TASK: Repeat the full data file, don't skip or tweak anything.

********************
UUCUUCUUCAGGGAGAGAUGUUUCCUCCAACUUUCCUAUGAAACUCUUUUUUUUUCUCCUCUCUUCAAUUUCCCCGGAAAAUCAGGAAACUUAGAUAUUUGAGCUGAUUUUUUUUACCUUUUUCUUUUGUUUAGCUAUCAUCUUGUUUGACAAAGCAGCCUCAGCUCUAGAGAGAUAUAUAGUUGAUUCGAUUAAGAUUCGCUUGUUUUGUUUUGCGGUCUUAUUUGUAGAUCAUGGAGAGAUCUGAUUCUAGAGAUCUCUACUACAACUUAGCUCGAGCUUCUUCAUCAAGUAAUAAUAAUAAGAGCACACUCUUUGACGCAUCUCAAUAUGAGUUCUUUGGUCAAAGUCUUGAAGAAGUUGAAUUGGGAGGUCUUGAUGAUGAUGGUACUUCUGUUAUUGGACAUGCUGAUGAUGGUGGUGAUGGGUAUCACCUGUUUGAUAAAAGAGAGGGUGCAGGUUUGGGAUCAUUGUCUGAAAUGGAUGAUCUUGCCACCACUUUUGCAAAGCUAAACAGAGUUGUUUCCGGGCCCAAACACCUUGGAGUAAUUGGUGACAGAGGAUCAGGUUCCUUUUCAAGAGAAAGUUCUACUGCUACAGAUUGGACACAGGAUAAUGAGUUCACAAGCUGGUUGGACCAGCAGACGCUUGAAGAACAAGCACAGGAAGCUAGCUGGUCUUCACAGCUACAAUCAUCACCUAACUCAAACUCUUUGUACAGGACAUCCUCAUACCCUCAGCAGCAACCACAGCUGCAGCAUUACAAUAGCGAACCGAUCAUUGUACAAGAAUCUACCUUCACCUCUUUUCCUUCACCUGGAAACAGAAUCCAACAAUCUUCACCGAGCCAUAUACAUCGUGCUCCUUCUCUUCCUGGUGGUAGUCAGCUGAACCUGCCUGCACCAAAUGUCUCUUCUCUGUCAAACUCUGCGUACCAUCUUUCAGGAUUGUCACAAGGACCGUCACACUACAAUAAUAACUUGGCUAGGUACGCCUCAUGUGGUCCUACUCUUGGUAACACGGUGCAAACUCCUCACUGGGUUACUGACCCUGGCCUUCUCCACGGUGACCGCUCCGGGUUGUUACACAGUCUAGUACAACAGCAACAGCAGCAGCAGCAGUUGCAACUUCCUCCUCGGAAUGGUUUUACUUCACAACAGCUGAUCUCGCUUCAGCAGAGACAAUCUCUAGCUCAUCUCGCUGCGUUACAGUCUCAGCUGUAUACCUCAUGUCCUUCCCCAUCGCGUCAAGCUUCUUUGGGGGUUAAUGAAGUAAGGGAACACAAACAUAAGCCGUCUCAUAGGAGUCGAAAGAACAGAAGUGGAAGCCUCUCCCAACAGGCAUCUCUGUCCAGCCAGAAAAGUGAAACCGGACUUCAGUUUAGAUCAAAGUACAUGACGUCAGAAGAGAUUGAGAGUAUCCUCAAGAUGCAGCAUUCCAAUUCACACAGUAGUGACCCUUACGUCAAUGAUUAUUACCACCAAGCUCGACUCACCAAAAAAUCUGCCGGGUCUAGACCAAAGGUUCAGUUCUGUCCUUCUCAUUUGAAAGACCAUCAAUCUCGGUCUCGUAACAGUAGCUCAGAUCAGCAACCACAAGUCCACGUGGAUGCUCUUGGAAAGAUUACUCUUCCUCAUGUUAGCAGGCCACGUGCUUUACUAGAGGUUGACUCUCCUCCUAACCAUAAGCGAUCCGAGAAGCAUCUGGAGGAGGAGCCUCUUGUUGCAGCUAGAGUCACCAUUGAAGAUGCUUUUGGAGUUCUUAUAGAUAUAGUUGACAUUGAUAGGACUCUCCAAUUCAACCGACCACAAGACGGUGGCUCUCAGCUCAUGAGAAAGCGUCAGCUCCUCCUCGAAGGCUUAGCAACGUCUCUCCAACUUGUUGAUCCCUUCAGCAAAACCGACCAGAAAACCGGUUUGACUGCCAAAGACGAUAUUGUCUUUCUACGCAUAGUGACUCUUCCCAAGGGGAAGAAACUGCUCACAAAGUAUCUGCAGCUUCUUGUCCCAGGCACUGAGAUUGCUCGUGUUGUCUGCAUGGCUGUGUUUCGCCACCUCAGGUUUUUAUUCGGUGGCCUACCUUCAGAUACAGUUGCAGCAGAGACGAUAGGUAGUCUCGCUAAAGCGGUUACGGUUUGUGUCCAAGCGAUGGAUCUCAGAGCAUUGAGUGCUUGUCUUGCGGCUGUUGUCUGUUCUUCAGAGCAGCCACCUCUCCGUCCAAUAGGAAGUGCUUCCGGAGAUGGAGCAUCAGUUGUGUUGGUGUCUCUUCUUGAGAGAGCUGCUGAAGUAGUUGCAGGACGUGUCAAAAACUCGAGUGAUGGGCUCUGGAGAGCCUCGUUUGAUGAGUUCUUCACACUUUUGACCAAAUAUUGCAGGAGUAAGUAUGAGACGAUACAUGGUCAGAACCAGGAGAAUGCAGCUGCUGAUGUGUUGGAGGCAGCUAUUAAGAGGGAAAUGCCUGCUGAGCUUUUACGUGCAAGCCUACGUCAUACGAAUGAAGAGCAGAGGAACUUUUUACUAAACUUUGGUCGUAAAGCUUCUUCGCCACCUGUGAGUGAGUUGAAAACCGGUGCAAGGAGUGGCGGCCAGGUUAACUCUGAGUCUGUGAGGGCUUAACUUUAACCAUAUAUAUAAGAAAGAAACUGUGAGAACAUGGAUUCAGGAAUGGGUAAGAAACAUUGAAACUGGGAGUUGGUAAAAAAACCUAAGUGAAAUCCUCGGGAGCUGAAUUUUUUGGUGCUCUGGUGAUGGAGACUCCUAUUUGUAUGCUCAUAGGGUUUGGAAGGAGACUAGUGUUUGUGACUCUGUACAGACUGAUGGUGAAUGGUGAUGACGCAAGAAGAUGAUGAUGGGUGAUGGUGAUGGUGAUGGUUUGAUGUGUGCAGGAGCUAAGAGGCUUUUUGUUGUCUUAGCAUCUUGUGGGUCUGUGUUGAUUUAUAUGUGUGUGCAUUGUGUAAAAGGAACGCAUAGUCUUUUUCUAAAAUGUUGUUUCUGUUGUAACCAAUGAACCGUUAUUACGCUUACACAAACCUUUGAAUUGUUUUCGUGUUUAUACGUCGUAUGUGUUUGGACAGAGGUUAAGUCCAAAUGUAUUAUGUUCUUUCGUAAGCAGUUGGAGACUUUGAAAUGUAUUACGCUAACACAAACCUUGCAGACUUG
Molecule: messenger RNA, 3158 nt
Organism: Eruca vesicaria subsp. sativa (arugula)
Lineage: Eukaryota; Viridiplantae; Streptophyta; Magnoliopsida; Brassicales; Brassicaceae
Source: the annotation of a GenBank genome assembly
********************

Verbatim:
UUCUUCUUCAGGGAGAGAUGUUUCCUCCAACUUUCCUAUGAAACUCUUUUUUUUUCUCCUCUCUUCAAUUUCCCCGGAAAAUCAGGAAACUUAGAUAUUUGAGCUGAUUUUUUUUACCUUUUUCUUUUGUUUAGCUAUCAUCUUGUUUGACAAAGCAGCCUCAGCUCUAGAGAGAUAUAUAGUUGAUUCGAUUAAGAUUCGCUUGUUUUGUUUUGCGGUCUUAUUUGUAGAUCAUGGAGAGAUCUGAUUCUAGAGAUCUCUACUACAACUUAGCUCGAGCUUCUUCAUCAAGUAAUAAUAAUAAGAGCACACUCUUUGACGCAUCUCAAUAUGAGUUCUUUGGUCAAAGUCUUGAAGAAGUUGAAUUGGGAGGUCUUGAUGAUGAUGGUACUUCUGUUAUUGGACAUGCUGAUGAUGGUGGUGAUGGGUAUCACCUGUUUGAUAAAAGAGAGGGUGCAGGUUUGGGAUCAUUGUCUGAAAUGGAUGAUCUUGCCACCACUUUUGCAAAGCUAAACAGAGUUGUUUCCGGGCCCAAACACCUUGGAGUAAUUGGUGACAGAGGAUCAGGUUCCUUUUCAAGAGAAAGUUCUACUGCUACAGAUUGGACACAGGAUAAUGAGUUCACAAGCUGGUUGGACCAGCAGACGCUUGAAGAACAAGCACAGGAAGCUAGCUGGUCUUCACAGCUACAAUCAUCACCUAACUCAAACUCUUUGUACAGGACAUCCUCAUACCCUCAGCAGCAACCACAGCUGCAGCAUUACAAUAGCGAACCGAUCAUUGUACAAGAAUCUACCUUCACCUCUUUUCCUUCACCUGGAAACAGAAUCCAACAAUCUUCACCGAGCCAUAUACAUCGUGCUCCUUCUCUUCCUGGUGGUAGUCAGCUGAACCUGCCUGCACCAAAUGUCUCUUCUCUGUCAAACUCUGCGUACCAUCUUUCAGGAUUGUCACAAGGACCGUCACACUACAAUAAUAACUUGGCUAGGUACGCCUCAUGUGGUCCUACUCUUGGUAACACGGUGCAAACUCCUCACUGGGUUACUGACCCUGGCCUUCUCCACGGUGACCGCUCCGGGUUGUUACACAGUCUAGUACAACAGCAACAGCAGCAGCAGCAGUUGCAACUUCCUCCUCGGAAUGGUUUUACUUCACAACAGCUGAUCUCGCUUCAGCAGAGACAAUCUCUAGCUCAUCUCGCUGCGUUACAGUCUCAGCUGUAUACCUCAUGUCCUUCCCCAUCGCGUCAAGCUUCUUUGGGGGUUAAUGAAGUAAGGGAACACAAACAUAAGCCGUCUCAUAGGAGUCGAAAGAACAGAAGUGGAAGCCUCUCCCAACAGGCAUCUCUGUCCAGCCAGAAAAGUGAAACCGGACUUCAGUUUAGAUCAAAGUACAUGACGUCAGAAGAGAUUGAGAGUAUCCUCAAGAUGCAGCAUUCCAAUUCACACAGUAGUGACCCUUACGUCAAUGAUUAUUACCACCAAGCUCGACUCACCAAAAAAUCUGCCGGGUCUAGACCAAAGGUUCAGUUCUGUCCUUCUCAUUUGAAAGACCAUCAAUCUCGGUCUCGUAACAGUAGCUCAGAUCAGCAACCACAAGUCCACGUGGAUGCUCUUGGAAAGAUUACUCUUCCUCAUGUUAGCAGGCCACGUGCUUUACUAGAGGUUGACUCUCCUCCUAACCAUAAGCGAUCCGAGAAGCAUCUGGAGGAGGAGCCUCUUGUUGCAGCUAGAGUCACCAUUGAAGAUGCUUUUGGAGUUCUUAUAGAUAUAGUUGACAUUGAUAGGACUCUCCAAUUCAACCGACCACAAGACGGUGGCUCUCAGCUCAUGAGAAAGCGUCAGCUCCUCCUCGAAGGCUUAGCAACGUCUCUCCAACUUGUUGAUCCCUUCAGCAAAACCGACCAGAAAACCGGUUUGACUGCCAAAGACGAUAUUGUCUUUCUACGCAUAGUGACUCUUCCCAAGGGGAAGAAACUGCUCACAAAGUAUCUGCAGCUUCUUGUCCCAGGCACUGAGAUUGCUCGUGUUGUCUGCAUGGCUGUGUUUCGCCACCUCAGGUUUUUAUUCGGUGGCCUACCUUCAGAUACAGUUGCAGCAGAGACGAUAGGUAGUCUCGCUAAAGCGGUUACGGUUUGUGUCCAAGCGAUGGAUCUCAGAGCAUUGAGUGCUUGUCUUGCGGCUGUUGUCUGUUCUUCAGAGCAGCCACCUCUCCGUCCAAUAGGAAGUGCUUCCGGAGAUGGAGCAUCAGUUGUGUUGGUGUCUCUUCUUGAGAGAGCUGCUGAAGUAGUUGCAGGACGUGUCAAAAACUCGAGUGAUGGGCUCUGGAGAGCCUCGUUUGAUGAGUUCUUCACACUUUUGACCAAAUAUUGCAGGAGUAAGUAUGAGACGAUACAUGGUCAGAACCAGGAGAAUGCAGCUGCUGAUGUGUUGGAGGCAGCUAUUAAGAGGGAAAUGCCUGCUGAGCUUUUACGUGCAAGCCUACGUCAUACGAAUGAAGAGCAGAGGAACUUUUUACUAAACUUUGGUCGUAAAGCUUCUUCGCCACCUGUGAGUGAGUUGAAAACCGGUGCAAGGAGUGGCGGCCAGGUUAACUCUGAGUCUGUGAGGGCUUAACUUUAACCAUAUAUAUAAGAAAGAAACUGUGAGAACAUGGAUUCAGGAAUGGGUAAGAAACAUUGAAACUGGGAGUUGGUAAAAAAACCUAAGUGAAAUCCUCGGGAGCUGAAUUUUUUGGUGCUCUGGUGAUGGAGACUCCUAUUUGUAUGCUCAUAGGGUUUGGAAGGAGACUAGUGUUUGUGACUCUGUACAGACUGAUGGUGAAUGGUGAUGACGCAAGAAGAUGAUGAUGGGUGAUGGUGAUGGUGAUGGUUUGAUGUGUGCAGGAGCUAAGAGGCUUUUUGUUGUCUUAGCAUCUUGUGGGUCUGUGUUGAUUUAUAUGUGUGUGCAUUGUGUAAAAGGAACGCAUAGUCUUUUUCUAAAAUGUUGUUUCUGUUGUAACCAAUGAACCGUUAUUACGCUUACACAAACCUUUGAAUUGUUUUCGUGUUUAUACGUCGUAUGUGUUUGGACAGAGGUUAAGUCCAAAUGUAUUAUGUUCUUUCGUAAGCAGUUGGAGACUUUGAAAUGUAUUACGCUAACACAAACCUUGCAGACUUG
Molecule: messenger RNA, 3158 nt
Organism: Eruca vesicaria subsp. sativa (arugula)
Lineage: Eukaryota; Viridiplantae; Streptophyta; Magnoliopsida; Brassicales; Brassicaceae
Source: the annotation of a GenBank genome assembly